TERENCE SMITH: The charge has been made that the mainstream American media largely ignore the ethnic media and even the populations that they serve. How do you plead?
PHIL BRONSTEIN: Oh, I think it's absolutely true. I think you couldn't say that enough and have it be more true -- in the reverse order. I think the mainstream media ignores the communities and then, of course, by extension ignores the ethnic press.
And in San Francisco, to me that would be suicide because the ethnic communities are not only such a large part of the community but such a big and significant cultural part. So for us it's a no-brainer. You cannot ignore those communities, because those communities are such a big part of the larger community.
PHIL BRONSTEIN: But I think most of the mainstream press hasn't figured that out yet. There's a very insular quality to mainstream press, mainstream media. And they've kind of shut themselves in their building, they show up at the building, and too many people bring their politics and leave their own cultures at the door. And it should be the reverse.
You should leave your politics at the door -- unless you're on the editorial pages -- and bring your culture in. Because we have close to 500 people in our staff, and if they all brought in their different neighborhoods and different cultures and different experiences, we'd be a richer place.
So I think the mainstream media does not do that. What they also tend to do -- for instance, The San Jose Mercury started their own Vietnamese language paper. The effect of that was maybe they made a few bucks, but the reality is they big-footed the community press that existed and stole all their advertising.
And so for us, it's really got to be more collaborative and more of a partnership.
TERENCE SMITH: So what have you done in an effort to bridge that gap that you're talking about?
PHIL BRONSTEIN: Some years ago, before [Sandy Close started] New California Media, I got together all of the San Francisco ethnic neighborhood and community press editors to talk about how we might be able to collaborate and have different kinds of partnerships that are mutually beneficial.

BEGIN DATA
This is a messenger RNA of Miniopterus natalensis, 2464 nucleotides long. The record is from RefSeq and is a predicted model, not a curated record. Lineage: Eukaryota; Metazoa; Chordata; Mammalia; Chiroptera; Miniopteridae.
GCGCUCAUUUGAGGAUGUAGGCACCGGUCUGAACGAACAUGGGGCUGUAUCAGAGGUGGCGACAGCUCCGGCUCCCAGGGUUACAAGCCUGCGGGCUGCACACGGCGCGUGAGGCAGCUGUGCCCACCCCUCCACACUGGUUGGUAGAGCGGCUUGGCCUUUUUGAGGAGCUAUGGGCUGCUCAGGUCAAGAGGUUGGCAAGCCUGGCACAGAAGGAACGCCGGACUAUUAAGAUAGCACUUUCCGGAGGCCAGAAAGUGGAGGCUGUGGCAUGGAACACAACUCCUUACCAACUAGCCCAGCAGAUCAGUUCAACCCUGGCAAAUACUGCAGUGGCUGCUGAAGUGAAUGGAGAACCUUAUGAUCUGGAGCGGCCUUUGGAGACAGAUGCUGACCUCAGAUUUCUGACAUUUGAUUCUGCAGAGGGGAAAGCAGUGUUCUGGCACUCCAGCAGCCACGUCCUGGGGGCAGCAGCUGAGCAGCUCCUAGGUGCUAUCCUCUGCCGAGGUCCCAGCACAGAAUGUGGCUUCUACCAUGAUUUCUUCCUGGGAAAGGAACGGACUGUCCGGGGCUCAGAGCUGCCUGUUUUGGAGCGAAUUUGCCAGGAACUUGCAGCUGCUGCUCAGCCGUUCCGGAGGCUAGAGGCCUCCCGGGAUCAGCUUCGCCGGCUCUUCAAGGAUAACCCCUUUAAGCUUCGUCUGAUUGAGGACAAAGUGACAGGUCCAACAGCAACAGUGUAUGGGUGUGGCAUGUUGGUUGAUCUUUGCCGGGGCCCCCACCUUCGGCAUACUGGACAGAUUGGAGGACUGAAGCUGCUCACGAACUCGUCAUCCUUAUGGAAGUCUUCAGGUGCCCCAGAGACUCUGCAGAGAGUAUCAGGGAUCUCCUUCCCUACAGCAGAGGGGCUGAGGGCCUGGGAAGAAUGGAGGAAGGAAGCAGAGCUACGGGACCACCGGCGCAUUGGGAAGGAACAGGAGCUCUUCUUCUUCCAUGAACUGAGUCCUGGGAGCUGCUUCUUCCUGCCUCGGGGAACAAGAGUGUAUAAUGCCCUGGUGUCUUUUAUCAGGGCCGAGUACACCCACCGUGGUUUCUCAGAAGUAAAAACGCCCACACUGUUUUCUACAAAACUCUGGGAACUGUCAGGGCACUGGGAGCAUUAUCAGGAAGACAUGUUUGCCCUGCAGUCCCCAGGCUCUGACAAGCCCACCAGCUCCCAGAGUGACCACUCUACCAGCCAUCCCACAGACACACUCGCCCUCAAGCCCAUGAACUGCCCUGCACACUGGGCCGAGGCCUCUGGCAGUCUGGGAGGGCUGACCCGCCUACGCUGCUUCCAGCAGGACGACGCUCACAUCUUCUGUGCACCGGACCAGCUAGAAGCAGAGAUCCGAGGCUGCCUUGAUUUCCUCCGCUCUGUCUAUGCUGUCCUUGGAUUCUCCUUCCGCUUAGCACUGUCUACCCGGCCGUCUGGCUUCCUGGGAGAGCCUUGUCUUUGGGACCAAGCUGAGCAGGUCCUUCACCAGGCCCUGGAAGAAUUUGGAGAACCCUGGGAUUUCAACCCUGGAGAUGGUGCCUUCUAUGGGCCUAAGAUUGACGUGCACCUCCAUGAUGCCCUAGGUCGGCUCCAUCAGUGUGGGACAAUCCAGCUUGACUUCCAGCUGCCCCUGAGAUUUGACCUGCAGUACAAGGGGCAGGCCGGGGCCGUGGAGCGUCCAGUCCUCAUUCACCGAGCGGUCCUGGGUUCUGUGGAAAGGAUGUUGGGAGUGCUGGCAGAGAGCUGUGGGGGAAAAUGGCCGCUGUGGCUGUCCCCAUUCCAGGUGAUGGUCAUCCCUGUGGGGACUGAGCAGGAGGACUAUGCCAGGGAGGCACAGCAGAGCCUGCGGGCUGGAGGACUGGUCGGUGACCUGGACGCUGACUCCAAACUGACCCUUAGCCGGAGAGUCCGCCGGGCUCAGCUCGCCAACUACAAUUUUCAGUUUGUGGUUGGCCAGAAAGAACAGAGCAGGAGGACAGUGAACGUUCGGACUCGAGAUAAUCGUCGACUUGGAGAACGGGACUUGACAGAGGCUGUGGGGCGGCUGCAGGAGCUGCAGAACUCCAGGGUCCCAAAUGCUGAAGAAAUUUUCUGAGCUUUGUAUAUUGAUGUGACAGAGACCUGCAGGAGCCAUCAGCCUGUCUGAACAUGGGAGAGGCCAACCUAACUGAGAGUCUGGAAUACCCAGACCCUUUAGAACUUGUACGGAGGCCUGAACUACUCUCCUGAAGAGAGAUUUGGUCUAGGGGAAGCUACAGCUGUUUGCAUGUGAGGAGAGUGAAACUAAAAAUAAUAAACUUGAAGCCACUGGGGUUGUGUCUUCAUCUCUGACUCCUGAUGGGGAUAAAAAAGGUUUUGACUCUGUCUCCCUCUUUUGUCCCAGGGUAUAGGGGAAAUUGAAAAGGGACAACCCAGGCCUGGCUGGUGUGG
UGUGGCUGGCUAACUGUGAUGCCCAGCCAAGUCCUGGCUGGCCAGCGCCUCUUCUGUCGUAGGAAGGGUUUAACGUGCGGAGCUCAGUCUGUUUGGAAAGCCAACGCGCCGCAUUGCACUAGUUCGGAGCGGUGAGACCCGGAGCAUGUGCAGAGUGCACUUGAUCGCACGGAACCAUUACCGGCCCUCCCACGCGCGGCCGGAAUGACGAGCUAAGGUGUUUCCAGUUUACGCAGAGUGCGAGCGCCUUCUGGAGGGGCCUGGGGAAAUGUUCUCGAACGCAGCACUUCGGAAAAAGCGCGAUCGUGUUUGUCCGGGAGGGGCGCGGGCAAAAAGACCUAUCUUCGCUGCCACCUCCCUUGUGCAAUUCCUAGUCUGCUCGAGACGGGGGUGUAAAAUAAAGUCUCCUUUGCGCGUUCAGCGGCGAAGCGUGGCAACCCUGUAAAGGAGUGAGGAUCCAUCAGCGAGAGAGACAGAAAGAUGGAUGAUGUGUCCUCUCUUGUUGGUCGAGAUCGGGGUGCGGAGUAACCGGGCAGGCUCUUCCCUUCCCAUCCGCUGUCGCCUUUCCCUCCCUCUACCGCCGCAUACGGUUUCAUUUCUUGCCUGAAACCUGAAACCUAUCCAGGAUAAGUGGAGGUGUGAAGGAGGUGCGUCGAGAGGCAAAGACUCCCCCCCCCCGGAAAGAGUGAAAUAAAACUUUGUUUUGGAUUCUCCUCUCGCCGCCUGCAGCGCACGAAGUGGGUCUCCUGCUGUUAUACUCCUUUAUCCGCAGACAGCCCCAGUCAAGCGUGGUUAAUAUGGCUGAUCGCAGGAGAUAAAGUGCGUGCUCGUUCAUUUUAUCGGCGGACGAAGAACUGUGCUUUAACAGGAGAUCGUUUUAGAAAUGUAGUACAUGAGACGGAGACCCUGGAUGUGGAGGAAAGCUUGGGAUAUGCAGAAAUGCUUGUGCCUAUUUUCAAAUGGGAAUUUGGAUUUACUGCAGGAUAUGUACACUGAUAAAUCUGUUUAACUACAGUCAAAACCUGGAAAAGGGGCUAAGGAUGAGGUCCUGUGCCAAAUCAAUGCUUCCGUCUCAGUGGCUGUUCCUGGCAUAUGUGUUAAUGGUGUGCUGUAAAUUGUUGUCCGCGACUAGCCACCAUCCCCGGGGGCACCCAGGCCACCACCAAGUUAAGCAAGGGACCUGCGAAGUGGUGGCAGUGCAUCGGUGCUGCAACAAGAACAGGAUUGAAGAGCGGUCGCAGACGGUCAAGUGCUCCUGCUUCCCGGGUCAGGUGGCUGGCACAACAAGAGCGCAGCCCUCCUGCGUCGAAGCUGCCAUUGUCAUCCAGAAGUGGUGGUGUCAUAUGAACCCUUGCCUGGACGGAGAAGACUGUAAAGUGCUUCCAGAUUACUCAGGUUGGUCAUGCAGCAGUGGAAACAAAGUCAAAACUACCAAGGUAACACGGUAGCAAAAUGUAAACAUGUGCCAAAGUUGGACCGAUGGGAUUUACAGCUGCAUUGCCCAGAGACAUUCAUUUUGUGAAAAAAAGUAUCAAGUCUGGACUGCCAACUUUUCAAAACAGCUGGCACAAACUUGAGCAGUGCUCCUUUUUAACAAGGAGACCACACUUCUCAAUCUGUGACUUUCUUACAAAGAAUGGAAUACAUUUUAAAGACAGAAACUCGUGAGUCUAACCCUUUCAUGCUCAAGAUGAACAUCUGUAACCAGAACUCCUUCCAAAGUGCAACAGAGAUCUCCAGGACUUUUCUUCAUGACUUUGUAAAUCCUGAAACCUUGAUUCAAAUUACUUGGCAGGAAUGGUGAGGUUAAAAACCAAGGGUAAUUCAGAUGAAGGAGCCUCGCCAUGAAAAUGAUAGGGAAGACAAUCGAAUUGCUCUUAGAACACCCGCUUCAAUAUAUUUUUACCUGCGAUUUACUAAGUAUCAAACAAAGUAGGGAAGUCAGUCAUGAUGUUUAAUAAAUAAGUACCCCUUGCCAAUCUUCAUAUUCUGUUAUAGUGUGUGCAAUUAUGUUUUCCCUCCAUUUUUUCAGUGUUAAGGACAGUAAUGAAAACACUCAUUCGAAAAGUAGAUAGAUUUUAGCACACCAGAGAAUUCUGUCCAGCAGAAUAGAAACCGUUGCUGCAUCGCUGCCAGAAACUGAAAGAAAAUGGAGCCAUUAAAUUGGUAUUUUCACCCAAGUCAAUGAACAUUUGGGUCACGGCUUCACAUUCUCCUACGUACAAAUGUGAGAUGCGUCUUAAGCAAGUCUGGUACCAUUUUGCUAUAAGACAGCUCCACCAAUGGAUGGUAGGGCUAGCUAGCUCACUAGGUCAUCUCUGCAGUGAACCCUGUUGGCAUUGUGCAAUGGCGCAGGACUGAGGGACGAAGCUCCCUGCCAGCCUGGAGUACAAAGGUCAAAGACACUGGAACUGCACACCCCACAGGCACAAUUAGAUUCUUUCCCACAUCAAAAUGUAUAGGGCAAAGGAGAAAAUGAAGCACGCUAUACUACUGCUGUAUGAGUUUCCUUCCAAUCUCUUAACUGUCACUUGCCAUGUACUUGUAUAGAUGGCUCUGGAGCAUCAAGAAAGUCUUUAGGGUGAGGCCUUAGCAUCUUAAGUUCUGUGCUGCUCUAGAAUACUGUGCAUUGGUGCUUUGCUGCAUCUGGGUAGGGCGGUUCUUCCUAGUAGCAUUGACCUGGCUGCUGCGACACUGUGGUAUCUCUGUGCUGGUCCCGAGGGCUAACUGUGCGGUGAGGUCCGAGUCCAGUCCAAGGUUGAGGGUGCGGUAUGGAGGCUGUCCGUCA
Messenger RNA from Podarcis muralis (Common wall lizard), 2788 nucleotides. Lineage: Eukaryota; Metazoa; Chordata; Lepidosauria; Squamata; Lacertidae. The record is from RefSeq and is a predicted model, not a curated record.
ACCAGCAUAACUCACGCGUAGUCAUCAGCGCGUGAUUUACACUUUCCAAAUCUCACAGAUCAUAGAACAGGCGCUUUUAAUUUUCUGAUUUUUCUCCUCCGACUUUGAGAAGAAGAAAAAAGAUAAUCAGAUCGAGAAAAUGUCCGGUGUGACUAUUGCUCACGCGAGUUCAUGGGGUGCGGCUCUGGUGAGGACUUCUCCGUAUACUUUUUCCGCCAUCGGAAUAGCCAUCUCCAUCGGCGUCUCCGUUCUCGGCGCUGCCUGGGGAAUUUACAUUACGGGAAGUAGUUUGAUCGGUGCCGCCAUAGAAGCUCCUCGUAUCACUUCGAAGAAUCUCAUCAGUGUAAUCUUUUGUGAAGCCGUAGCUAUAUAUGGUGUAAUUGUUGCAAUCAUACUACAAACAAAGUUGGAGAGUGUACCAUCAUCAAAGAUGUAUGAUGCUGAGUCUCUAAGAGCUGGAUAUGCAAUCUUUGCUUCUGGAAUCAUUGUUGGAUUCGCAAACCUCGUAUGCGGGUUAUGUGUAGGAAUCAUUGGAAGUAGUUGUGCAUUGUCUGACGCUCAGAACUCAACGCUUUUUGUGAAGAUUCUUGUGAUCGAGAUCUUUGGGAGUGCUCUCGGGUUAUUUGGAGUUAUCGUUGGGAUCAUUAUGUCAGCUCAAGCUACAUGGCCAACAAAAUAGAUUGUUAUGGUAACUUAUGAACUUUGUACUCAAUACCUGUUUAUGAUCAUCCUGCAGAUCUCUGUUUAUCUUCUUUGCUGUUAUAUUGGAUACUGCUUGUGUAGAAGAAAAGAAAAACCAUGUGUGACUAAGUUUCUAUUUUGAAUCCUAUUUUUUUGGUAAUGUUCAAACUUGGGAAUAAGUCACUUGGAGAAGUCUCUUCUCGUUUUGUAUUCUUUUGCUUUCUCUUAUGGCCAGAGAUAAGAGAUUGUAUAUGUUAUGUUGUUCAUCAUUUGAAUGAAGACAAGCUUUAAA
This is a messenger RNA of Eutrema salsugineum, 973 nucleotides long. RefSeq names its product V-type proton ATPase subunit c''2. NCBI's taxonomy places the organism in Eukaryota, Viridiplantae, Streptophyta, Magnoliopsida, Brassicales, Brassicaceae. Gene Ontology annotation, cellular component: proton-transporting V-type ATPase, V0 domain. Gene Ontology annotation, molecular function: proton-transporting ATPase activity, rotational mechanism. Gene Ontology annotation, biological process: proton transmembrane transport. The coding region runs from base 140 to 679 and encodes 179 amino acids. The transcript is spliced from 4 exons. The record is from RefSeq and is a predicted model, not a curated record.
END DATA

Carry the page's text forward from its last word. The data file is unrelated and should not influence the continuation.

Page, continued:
And of course, we've worked together with Sandy. We sponsored the first New California Media Expo. So I think it's an ongoing relationship.
These days, when all of us are hurting financially, we have to find perhaps more creative ways of collaborating, but I think we still need to do it.
TERENCE SMITH: But, editorially, have you done things together? Are there project stories you've presented through either partnering with ethnic media or in any other way that brought something extra to your readers?
PHIL BRONSTEIN: Oh, absolutely. From the moment we had the meeting, and by now it was four or five years ago with this group of ethnic community editors in San Francisco, we started getting stories. And we started giving them more exposure. And we started really a path of more collaboration and more conversation to trade stories.
And of course we've been running this column every Sunday in the Chronicle that comes from Sandy and the New California Media, which is called "Bridges." And it's basically a compendium of things that are going on. And Sandy has met with our Sunday editor, I think once every couple of weeks, to talk about what kinds of stories on her end that might be of interest to us.
TERENCE SMITH: And these are translated into English, of course, and put into the Chronicle?
PHIL BRONSTEIN: Yes. And the stories end up as larger stories in the Chronicle.
TERENCE SMITH: Were there any stories that you got to that might have been difficult for you to penetrate as a mainstream organization -- that you could get into via people in the ethnic media?
PHIL BRONSTEIN: Yeah. For instance, there's a huge -- even though it's English-speaking -- Filipino community in the Bay Area and in San Francisco, and there are all sorts of things going on there.
I think one of the things that's been ongoing for us is the story about the Filipino World War II veterans and their struggle to get recognition from the U.S. government.
You know, we've had a number of stories like that, where our understanding and appreciation for that community, or for any community, really, was helped, if not initiated by Sandy and New California Media, helped by them significantly. Because culture's really the context in that it provides the meaning for unrelated -- seemingly unrelated -- facts and events. Facts and events have no meaning if you don't have culture, because that's really the glue.
And if you don't understand the different cultures, you don't understand the larger culture, you're in trouble.
TERENCE SMITH: From a more critical point of view, as you look at the ethnic media -- obviously, in translation -- is it, generally speaking, an objective media, or is it an advocacy -- media advocacy -- for the communities that they serve?
PHIL BRONSTEIN: Well, it's always advocacy in the sense that [ethnic media is] more about those communities and understands those communities better.
But I think it sort of depends on the press outlet. Some ethnic press and community press are very much advocacy-oriented, and some really attempt to be very unbiased and sort of in a more traditional sense. So it really depends on what the press is, what the outlet is, what country or community it represents.
TERENCE SMITH: Okay, Phil. Thank you very much.
PHIL BRONSTEIN: My pleasure, as always. Nice to see you.
TERENCE SMITH: Nice to see you. I appreciate it.